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Professor Branch, who is chair of the sociology department, claims...

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Professor Branch, who is chair of the sociology department, claims...  [#permalink]

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New post 15 Jul 2016, 11:49
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A
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E

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Question Stats:

34% (01:12) correct 66% (01:22) wrong based on 174 sessions

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Professor Branch, who is chair of the sociology department, claims she saw a flying saucer the other night. But since she is a sociologist rather than a physicist, she cannot possibly be acquainted with the most recent writings of our finest scientists that tend to discount such sightings, so we can conclude that her report is unreliable.

Which of the following would be the most appropriate criticism of the author's analysis?

A) The author makes an irrelevant attack on Professor Branch's credentials.
B) The author may not be a physicist, and may therefore not be acquainted with the writings cited.
C) Even the US Air Force cannot explain all of the sightings of UFOs which are reported to it each year.
D) A sociologist is sufficiently well educated to read and understand scientific literature in a field other than her own.
E) It is impossible to get complete agreement on matters such as the possibility of life on other planets.

Could you please discuss in detail why should I choose or discard options A and D?
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Professor Branch, who is chair of the sociology department, claims...  [#permalink]

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New post Updated on: 15 Jul 2016, 18:07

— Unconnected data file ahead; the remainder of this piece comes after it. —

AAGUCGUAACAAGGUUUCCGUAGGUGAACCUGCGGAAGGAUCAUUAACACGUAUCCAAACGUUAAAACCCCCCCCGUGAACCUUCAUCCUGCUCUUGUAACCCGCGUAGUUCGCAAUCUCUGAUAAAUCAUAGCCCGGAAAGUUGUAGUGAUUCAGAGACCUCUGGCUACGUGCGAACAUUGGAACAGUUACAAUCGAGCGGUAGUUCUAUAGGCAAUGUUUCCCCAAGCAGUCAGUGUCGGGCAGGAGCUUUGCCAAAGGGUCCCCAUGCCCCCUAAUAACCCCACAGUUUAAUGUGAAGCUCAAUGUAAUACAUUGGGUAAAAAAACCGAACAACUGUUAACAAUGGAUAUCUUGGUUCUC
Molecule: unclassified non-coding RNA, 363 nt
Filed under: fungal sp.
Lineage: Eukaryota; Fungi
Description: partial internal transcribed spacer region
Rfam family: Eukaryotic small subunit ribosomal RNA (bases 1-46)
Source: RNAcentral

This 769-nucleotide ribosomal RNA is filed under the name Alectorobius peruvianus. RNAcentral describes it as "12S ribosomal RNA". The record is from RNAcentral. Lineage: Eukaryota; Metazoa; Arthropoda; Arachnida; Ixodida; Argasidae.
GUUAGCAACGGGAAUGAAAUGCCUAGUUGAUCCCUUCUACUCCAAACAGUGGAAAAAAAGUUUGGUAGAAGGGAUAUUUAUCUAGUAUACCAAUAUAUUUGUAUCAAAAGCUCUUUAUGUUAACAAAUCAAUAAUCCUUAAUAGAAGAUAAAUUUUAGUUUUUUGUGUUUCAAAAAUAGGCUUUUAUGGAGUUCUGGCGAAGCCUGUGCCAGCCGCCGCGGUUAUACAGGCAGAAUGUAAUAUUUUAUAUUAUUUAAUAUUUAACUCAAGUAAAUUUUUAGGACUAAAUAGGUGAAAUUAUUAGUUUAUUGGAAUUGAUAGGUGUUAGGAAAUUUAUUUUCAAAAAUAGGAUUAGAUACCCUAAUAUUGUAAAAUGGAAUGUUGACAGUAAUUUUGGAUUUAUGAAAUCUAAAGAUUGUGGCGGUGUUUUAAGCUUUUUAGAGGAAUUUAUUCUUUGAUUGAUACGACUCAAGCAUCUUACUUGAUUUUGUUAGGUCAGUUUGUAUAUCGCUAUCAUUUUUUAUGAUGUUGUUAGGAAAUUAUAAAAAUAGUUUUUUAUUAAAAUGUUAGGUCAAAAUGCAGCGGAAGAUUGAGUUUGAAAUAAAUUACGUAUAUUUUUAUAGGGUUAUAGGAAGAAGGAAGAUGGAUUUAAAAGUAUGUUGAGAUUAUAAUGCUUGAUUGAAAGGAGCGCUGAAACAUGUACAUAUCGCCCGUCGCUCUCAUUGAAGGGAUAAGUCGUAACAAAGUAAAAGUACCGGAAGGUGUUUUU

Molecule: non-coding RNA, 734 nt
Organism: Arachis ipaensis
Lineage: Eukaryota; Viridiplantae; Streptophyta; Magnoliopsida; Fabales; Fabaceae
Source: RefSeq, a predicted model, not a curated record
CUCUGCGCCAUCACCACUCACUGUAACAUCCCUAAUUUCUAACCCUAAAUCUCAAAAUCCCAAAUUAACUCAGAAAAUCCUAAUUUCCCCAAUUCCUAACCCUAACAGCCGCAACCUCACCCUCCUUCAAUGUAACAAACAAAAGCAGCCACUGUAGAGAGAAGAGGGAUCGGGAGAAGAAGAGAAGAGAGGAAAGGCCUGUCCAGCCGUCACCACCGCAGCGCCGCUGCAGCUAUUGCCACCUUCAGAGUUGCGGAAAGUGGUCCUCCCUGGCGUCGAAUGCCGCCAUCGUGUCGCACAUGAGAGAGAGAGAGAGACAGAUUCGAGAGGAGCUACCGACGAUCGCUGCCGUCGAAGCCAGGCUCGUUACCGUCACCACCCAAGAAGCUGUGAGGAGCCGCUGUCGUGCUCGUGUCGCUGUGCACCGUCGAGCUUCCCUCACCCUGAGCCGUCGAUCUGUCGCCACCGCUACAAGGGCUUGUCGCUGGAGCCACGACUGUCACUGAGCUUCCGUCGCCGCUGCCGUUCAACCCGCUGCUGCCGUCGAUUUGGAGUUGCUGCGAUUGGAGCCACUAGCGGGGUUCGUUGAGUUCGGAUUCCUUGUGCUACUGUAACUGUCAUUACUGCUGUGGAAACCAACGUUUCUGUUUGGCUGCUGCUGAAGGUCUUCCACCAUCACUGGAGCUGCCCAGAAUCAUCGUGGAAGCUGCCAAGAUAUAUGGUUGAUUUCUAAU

Professor Branch, who is chair of the sociology department, claims she saw a flying saucer the other night. But since she is a sociologist rather than a physicist, she cannot possibly be acquainted with the most recent writings of our finest scientists that tend to discount such sightings, so we can conclude that her report is unreliable.

Which of the following would be the most appropriate criticism of the author's analysis?

The argument concluded that Branch's report is unreliable since the finest physicist have recently discounted such sightings through their recent writings. Any point that would affect the claim that recent writings of the finest scientists could be wrong should be the answer i.e. the most valid criticism.

A) The author makes an irrelevant attack on Professor Branch's credentials. --> No irrelevant claims are made. She's chair of sociology dept, there's nothing to refute that.
B) The author may not be a physicist, and may therefore not be acquainted with the writings cited. ---> irrelevant.
C) Even the US Air Force cannot explain all of the sightings of UFOs which are reported to it each year. ----> irrelevant.
D) A sociologist is sufficiently well educated to read and understand scientific literature in a field other than her own. ---> While true, but it could be possible that despite being sufficiently educated enough, professor branch was still not acquainted with most 'recent' writings. Hence, not a weakener.
E) It is impossible to get complete agreement on matters such as the possibility of life on other planets. ---> Should be correct. Since, the basis of conclusion is that the finest scientists tend to discount such sightings, implying that UFO's don't exist, if scientists themselves were wrong, then professor brach's report could be reliable.


IMHO correct answer should be E.


Please give kudos if this helps!

Originally posted by RaghavSingla on 15 Jul 2016, 14:59.
Last edited by RaghavSingla on 15 Jul 2016, 18:07, edited 1 time in total.
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Re: Professor Branch, who is chair of the sociology department, claims...  [#permalink]

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New post 15 Jul 2016, 16:57